Sally's Salon Luxury Edition for iPhone
At a Glance
Sally's Salon Luxury Edition
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I will readily confess that I have always found salons to be frightening places, with their strange noises, ambiguous chemical smells and happily loud people. It was, therefore, with a certain apprehension that I undertook to review Gamehouse's Sally’s Salon Luxury Edition, which, I am happy to report, is not nearly as stressful as the real thing.
Like the original Sally’s Salon that Macworld reviewed back in the days of iOS 2.1, in this refreshed edition you play the titular Sally, up-and-coming owner of the homonymous salon, as she makes her way through the world of hairstyling and beauty. Your aim is to make customers happy by dying, cutting, curling and styling their hair, in the process convincing them to pay money that you can then use to upgrade your equipment or hire help for when the store gets busy (and, believe me, it will get busy).
The customer’s happiness is dictated by a number of factors, including how quickly they are served and whether you interpret their wishes for the ideal hairdo. As with every time-management title, therefore, it is only by juggling the various styling stations in the optimal way that you can ensure your patrons’ willingness to wait their turn and pay for your services. Otherwise, clients will simply sit around, waiting to be told what to do and getting increasingly angry (or, in the game’s parlance, losing one of five “heart points” that indicate their contentedness) until eventually they will leave without conducting any business.
The refreshed Sally’s Saloon features a much more nuanced gameplay than its predecessor. In addition to the grind of serving customers, the various trinkets you can avail yourself of to help keep customers at bay during the busy times, like coffee, magazines and the ever-so-helpful assistants, have been integrated much better into the game. This, together with a redesigned level progression, results in a much smoother learning curve that doesn’t feel boring at the beginning, only to become impossible to handle with little or no warning.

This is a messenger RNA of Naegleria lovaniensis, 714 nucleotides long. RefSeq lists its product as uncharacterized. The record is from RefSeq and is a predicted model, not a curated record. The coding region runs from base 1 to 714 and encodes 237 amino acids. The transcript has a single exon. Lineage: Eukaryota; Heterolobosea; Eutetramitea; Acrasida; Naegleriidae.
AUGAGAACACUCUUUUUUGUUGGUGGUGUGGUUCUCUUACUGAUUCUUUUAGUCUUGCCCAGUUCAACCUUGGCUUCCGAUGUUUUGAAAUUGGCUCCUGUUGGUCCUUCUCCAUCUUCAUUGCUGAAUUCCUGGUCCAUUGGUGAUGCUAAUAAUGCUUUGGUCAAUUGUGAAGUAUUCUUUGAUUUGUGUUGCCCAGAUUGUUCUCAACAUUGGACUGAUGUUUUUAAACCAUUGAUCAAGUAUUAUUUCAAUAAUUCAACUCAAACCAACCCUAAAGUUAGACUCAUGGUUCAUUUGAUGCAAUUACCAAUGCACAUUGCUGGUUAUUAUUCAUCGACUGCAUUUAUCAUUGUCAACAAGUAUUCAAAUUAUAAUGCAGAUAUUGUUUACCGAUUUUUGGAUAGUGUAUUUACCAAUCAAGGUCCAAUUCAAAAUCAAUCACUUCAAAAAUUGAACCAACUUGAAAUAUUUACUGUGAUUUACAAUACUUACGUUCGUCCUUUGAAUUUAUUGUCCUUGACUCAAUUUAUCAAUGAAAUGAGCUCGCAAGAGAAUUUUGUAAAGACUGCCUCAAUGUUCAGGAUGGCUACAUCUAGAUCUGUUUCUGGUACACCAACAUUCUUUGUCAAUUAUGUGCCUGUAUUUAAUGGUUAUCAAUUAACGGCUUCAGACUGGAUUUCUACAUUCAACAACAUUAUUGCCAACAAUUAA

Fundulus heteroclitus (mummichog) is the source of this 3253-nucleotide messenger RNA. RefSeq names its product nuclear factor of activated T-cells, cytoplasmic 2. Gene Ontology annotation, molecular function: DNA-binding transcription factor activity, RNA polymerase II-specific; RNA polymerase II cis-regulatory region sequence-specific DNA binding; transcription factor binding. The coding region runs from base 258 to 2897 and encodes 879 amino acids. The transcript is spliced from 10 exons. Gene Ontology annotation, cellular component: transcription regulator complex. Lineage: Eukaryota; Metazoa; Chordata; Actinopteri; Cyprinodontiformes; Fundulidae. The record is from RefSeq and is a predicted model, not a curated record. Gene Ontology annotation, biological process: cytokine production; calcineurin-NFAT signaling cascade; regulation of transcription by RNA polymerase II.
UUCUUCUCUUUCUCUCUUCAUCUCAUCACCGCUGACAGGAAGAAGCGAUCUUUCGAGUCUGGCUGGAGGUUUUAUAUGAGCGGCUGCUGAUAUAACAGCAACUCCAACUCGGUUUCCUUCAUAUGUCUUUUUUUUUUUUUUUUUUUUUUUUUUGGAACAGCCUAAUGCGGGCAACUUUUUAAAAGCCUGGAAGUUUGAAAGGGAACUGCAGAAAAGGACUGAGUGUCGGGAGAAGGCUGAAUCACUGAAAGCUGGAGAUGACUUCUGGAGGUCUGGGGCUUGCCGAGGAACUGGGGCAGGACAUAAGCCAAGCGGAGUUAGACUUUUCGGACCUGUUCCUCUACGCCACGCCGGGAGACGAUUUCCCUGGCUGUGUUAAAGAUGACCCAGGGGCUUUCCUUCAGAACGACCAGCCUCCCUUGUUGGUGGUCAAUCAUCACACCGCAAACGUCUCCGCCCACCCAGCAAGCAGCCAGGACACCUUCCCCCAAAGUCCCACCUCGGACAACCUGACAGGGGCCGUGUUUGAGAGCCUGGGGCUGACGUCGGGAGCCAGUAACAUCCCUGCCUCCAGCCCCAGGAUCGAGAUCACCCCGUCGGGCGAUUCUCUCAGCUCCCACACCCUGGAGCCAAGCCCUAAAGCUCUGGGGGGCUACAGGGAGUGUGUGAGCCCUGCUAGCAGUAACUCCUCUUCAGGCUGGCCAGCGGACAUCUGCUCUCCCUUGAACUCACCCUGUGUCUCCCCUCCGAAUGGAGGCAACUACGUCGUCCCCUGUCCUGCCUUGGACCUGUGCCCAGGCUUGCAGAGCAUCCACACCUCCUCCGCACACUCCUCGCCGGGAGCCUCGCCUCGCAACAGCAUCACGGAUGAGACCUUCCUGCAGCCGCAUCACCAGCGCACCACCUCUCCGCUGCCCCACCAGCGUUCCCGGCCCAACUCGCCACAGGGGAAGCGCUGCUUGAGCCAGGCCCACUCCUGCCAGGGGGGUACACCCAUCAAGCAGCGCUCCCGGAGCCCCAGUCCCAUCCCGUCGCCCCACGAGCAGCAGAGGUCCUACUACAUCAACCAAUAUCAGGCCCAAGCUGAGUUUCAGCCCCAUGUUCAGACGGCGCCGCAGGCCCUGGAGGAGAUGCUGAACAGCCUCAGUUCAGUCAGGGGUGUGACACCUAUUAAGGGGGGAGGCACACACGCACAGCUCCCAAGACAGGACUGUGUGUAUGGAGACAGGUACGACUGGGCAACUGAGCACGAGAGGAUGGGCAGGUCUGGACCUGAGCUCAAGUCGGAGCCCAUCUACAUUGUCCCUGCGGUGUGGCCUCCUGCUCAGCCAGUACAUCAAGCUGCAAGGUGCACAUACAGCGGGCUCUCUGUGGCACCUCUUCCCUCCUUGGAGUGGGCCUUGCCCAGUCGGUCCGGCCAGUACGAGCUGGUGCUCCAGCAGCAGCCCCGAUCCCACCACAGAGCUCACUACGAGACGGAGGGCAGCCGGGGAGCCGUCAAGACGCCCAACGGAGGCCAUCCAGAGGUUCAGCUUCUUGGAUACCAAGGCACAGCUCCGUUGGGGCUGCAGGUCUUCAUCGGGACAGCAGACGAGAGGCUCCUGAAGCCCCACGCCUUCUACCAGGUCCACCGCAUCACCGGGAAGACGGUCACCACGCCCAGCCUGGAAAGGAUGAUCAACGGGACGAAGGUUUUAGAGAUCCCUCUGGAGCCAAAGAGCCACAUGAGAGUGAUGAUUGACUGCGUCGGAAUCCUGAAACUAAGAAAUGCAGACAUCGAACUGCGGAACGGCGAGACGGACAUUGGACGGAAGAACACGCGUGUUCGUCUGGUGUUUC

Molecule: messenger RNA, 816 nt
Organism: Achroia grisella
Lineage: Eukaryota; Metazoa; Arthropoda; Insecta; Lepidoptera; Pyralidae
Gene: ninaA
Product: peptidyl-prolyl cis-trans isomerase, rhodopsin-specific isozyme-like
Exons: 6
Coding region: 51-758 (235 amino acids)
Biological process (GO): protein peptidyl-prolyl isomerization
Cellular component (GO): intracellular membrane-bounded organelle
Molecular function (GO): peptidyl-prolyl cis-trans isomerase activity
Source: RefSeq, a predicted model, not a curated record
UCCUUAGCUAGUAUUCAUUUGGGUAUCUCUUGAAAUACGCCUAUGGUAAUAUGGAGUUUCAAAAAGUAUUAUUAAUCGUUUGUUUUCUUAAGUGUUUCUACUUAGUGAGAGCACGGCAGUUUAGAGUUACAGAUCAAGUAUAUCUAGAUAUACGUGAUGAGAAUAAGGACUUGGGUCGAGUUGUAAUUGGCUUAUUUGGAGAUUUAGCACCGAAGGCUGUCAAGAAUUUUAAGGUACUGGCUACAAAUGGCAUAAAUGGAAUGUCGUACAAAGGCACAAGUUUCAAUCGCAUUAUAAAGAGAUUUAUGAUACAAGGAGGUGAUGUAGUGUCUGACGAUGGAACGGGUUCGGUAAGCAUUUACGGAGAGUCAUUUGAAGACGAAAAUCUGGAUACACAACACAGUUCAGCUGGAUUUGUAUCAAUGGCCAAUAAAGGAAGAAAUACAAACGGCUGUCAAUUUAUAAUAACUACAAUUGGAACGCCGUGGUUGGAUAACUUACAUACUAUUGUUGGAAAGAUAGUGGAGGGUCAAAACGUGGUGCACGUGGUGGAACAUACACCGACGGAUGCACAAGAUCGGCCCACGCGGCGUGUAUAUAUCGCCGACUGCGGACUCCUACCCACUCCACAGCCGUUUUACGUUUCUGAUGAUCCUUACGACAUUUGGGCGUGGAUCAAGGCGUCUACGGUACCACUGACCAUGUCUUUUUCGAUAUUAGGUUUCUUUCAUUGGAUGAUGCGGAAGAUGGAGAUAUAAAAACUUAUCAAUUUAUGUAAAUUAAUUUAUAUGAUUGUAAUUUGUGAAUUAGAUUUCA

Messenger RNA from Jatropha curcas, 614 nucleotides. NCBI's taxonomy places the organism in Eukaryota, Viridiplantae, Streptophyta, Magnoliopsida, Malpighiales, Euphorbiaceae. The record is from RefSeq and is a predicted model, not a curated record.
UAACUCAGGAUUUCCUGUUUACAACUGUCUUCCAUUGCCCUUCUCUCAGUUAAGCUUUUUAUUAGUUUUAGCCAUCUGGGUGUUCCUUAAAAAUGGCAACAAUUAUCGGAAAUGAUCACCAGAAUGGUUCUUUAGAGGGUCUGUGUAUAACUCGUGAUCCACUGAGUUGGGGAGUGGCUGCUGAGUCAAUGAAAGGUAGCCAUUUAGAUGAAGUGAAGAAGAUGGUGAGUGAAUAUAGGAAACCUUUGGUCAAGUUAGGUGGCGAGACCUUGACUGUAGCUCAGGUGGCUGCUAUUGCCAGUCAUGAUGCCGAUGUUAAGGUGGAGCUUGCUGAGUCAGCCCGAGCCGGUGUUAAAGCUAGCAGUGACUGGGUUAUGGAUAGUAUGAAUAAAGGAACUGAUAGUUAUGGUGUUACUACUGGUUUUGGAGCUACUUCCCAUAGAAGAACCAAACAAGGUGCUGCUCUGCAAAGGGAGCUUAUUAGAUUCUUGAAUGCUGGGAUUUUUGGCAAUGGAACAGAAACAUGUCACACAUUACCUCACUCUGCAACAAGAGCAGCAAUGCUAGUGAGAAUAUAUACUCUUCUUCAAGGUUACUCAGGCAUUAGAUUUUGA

In addition to the normal adventure mode, the game includes a hair-rising “survival” mode—a sudden-death game whose aim is to never let a customer get so angry that he or she decides to leave. It’s every bit as difficult as its name implies, and I strongly urge you not to try it until you’ve had a chance to familiarize yourself with the gameplay.
Sally’s Salon features crisp, Retina-friendly graphics and background muzak that doesn’t get in the way—which, given the addictiveness of this title, is a good thing. The only real drawback is the control mechanism, which are not as precise and responsive as they should be. This is not a big issue at the beginning, but it quickly becomes a problem as the game’s difficulty progresses to levels where a quick response is important.
[Marco Tabini is a frequent contributor to Macworld.]